"The child, for the full and harmonious development of his or her personality, should grow up in a family environment, in an atmosphere of happiness, love, and understanding….”
Fostering Connections to Success and Increasing Adoptions Act
The Fostering Connections to Success and Increasing Adoptions Act (H.R. 6893/P.L. 110-351) will help hundreds of thousands of children and youth in foster care by promoting permanent families for them through relative guardianship and adoption and improving education and health care. Additionally, it will extend federal support for youth to age 21. The act will also offer for the first time many American Indian children important federal protections and support.
- Notice to Relatives When Children Enter Care. Increases opportunities for relatives to step in when children are removed from their parents and placed in foster care by ensuring they get notice of this removal.
- Kinship Navigator Programs. Guarantees funds for Kinship Navigator programs, through new Family Connection grants, to help connect children living with relatives, both in and out of foster care, with the supports and assistance they need.
- Subsidized Guardianship Payments for Relatives. Helps children in foster care leave care to live permanently with grandparents and other relative guardians when they cannot be returned home or adopted and offers federal support to states to assist with subsidized guardianship payments to families for these children, generally to age 18. In certain circumstances, children may continue to receive guardianship assistance to age 21. Clarifies that all children who, as of September 30, 2008, were receiving federally-supported subsidized guardianship payments or services in states with Child Welfare Demonstration Waivers will be able to continue to receive that assistance and services under the new program. Clarifies that children who leave foster care after age 16 for kinship guardianship are eligible for independent living services and makes them eligible for education and training vouchers.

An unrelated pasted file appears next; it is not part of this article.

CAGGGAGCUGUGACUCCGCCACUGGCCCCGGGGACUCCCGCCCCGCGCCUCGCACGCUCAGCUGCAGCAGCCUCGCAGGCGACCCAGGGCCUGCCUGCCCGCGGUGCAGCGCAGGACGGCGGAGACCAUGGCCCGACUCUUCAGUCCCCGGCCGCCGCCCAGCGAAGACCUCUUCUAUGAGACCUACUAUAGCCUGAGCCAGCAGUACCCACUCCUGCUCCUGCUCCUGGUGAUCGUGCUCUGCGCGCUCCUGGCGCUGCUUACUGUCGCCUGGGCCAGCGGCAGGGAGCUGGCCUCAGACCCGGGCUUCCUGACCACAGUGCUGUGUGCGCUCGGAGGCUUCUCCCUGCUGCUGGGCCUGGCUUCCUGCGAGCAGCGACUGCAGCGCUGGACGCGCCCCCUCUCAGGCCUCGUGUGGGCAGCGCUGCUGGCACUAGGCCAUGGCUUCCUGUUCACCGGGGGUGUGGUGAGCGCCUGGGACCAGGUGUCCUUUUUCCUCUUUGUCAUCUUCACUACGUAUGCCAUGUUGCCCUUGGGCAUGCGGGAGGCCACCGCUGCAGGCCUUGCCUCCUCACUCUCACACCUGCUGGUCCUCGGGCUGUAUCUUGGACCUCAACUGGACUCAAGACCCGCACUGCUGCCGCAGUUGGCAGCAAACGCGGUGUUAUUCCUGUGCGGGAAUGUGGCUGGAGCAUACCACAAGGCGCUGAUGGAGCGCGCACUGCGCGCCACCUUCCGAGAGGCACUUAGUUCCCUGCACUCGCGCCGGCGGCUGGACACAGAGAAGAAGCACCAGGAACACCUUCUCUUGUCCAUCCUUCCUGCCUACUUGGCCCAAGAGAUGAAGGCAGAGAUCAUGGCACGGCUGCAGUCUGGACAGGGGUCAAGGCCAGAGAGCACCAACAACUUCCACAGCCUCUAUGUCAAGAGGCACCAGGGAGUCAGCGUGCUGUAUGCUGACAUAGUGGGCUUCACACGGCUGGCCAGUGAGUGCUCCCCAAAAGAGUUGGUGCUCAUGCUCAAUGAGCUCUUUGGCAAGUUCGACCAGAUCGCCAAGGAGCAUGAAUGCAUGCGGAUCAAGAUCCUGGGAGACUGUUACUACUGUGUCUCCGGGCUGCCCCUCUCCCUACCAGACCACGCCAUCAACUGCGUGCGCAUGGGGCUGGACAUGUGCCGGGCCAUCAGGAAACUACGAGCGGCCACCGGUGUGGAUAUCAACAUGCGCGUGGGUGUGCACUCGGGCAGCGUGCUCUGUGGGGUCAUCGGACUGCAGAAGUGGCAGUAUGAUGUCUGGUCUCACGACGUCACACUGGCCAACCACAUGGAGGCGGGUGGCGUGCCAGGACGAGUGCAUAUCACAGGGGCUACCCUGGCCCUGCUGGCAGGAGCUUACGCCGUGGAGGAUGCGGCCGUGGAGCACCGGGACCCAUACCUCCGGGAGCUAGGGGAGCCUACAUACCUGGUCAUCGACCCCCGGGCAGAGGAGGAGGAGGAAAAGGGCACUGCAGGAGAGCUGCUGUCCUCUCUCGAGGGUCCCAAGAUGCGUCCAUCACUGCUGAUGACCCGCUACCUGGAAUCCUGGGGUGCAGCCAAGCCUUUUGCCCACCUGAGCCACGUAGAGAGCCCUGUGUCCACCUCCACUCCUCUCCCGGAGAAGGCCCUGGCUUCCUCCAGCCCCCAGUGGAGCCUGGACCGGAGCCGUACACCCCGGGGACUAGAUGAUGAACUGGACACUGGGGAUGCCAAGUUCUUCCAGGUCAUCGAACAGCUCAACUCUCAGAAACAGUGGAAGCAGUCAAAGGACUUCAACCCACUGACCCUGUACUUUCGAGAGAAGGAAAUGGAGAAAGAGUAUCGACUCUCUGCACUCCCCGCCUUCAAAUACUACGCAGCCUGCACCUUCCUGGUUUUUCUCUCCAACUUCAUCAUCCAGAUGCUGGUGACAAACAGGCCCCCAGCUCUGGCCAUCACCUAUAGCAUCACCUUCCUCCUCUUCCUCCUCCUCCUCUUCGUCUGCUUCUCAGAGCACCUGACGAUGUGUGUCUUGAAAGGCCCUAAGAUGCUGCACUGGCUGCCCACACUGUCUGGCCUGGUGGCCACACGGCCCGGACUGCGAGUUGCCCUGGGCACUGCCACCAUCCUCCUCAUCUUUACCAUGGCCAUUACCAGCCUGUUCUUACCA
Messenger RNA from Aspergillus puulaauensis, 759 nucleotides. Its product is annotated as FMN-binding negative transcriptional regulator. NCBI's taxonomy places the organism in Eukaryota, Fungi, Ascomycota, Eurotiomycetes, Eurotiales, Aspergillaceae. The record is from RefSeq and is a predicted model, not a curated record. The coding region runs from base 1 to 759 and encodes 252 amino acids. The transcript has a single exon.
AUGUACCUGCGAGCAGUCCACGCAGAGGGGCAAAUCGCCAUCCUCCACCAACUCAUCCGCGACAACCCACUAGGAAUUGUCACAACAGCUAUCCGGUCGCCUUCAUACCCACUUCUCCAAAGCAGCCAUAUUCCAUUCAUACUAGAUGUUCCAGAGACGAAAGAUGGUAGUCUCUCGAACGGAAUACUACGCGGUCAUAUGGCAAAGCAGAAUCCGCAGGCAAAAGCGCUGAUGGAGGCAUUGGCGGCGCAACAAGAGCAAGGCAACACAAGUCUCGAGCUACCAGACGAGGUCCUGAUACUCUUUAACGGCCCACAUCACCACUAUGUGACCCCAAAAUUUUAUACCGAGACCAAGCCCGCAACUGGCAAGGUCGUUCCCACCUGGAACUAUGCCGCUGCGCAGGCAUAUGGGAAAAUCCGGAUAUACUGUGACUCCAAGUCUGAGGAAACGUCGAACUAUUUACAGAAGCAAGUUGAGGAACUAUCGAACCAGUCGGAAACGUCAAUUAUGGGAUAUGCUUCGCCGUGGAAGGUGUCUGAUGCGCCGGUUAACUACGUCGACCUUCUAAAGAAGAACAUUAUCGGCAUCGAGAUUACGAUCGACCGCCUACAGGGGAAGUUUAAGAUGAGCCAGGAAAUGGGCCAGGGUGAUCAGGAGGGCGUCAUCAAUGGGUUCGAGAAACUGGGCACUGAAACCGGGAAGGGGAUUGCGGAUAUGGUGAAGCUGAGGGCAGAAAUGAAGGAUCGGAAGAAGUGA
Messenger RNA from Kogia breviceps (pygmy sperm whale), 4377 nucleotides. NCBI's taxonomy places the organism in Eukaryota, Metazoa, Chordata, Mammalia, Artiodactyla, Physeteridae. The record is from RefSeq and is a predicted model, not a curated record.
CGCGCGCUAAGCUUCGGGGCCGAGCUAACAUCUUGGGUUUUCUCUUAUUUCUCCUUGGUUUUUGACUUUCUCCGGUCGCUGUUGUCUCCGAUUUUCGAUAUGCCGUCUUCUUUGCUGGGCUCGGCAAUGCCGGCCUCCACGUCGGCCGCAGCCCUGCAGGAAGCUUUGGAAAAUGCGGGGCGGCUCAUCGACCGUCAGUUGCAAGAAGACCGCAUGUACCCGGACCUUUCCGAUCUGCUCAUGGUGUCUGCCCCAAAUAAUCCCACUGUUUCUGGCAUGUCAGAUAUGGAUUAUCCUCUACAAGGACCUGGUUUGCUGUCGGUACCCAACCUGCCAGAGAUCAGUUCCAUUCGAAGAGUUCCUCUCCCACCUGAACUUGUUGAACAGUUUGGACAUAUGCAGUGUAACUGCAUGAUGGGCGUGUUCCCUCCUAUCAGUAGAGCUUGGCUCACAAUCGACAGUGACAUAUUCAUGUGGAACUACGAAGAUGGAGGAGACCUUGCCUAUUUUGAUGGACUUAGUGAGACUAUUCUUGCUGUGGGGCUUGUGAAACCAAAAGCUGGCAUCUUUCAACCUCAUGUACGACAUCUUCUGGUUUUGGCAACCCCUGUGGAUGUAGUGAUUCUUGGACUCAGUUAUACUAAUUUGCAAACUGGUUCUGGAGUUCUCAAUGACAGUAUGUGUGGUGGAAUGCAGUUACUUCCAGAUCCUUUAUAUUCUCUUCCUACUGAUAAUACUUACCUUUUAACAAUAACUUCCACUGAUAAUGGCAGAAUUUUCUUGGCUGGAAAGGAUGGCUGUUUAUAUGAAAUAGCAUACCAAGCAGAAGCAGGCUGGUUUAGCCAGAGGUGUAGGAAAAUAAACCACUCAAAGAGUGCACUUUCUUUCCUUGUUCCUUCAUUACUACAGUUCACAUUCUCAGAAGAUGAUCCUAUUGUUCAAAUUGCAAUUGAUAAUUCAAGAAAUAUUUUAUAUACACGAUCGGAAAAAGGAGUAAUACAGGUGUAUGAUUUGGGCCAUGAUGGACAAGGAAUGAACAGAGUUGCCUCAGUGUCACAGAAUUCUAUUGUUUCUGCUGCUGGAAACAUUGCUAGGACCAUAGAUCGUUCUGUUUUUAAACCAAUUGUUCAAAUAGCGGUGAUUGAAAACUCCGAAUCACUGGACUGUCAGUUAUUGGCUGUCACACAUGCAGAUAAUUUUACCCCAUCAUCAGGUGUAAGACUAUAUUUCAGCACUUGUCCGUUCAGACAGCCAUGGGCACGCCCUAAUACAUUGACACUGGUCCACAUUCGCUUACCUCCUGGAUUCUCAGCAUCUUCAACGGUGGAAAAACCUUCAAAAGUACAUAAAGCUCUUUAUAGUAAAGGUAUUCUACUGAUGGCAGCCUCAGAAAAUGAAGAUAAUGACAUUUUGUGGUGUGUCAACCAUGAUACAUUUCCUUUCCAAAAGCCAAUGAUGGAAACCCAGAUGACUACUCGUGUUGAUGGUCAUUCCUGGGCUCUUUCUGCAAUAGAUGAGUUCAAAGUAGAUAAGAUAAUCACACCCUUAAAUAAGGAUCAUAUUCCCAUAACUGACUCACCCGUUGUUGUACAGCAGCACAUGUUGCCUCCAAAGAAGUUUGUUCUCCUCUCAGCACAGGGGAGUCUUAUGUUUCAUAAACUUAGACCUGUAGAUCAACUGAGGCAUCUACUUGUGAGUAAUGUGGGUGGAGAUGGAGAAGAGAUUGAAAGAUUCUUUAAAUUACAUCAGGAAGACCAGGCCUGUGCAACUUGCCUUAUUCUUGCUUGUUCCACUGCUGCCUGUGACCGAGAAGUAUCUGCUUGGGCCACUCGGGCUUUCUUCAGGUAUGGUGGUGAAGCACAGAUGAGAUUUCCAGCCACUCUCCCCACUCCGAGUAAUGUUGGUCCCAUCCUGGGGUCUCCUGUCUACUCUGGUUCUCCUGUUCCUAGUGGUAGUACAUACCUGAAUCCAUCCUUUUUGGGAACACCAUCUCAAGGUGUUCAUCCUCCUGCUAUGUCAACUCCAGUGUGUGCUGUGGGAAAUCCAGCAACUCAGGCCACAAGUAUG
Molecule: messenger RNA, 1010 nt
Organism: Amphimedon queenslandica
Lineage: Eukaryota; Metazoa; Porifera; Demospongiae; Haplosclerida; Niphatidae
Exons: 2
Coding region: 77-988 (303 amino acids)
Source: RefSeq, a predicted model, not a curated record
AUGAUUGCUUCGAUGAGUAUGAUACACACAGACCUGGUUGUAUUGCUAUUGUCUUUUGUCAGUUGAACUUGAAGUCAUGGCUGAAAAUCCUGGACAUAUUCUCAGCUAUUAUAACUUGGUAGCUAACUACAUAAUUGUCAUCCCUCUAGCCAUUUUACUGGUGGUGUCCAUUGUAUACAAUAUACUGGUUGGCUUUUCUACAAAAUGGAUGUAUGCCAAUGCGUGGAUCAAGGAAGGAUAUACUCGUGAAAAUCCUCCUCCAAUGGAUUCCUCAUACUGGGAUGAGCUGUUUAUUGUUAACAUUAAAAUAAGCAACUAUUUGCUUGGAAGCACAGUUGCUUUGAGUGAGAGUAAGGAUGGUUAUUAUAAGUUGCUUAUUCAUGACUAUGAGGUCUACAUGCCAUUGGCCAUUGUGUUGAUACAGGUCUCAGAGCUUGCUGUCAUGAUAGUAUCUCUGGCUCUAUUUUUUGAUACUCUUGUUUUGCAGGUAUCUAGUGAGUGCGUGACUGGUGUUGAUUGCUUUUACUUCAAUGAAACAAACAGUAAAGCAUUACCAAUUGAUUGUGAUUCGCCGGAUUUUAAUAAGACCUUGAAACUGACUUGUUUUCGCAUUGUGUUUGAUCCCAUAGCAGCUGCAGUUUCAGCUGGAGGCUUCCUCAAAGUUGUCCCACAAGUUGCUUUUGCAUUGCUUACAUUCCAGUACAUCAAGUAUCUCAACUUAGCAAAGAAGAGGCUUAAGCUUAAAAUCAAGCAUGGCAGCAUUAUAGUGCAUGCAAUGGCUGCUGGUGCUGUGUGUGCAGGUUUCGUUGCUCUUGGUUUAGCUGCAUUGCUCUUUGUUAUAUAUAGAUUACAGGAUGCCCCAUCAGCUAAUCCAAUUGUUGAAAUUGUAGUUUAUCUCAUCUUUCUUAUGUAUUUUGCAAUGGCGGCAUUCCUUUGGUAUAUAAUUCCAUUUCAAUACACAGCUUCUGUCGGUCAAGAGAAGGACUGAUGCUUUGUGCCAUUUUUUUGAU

- Licensing Standards for Relatives. Clarifies that states may waive non-safety related licensing standards for relatives on a case-by-case basis and requires the Department of Health and Human Services (HHS) to report to Congress on the use of licensing waivers and recommendations for increasing the percentage of relative foster family homes that are licensed.
With Adoptive Families
- Incentives for Adoption./ Increases incentives to states to find adoptive families for children in foster care, especially those with disabilities or other special needs and older youth.
- Adoption Assistance. Increases opportunities for more children with special needs to receive federally-supported adoption assistance without regard to the income of the birth families from whom they were originally removed.
For further information or for a copy of a more detailed description of H.R. 6893, please contact Beth Davis-Pratt at the Children’s Defense Fund at (202) 662-3629 or [email protected] or Tiffany Conway at the Center for Law and Social Policy at (202) 906-8026 or [email protected]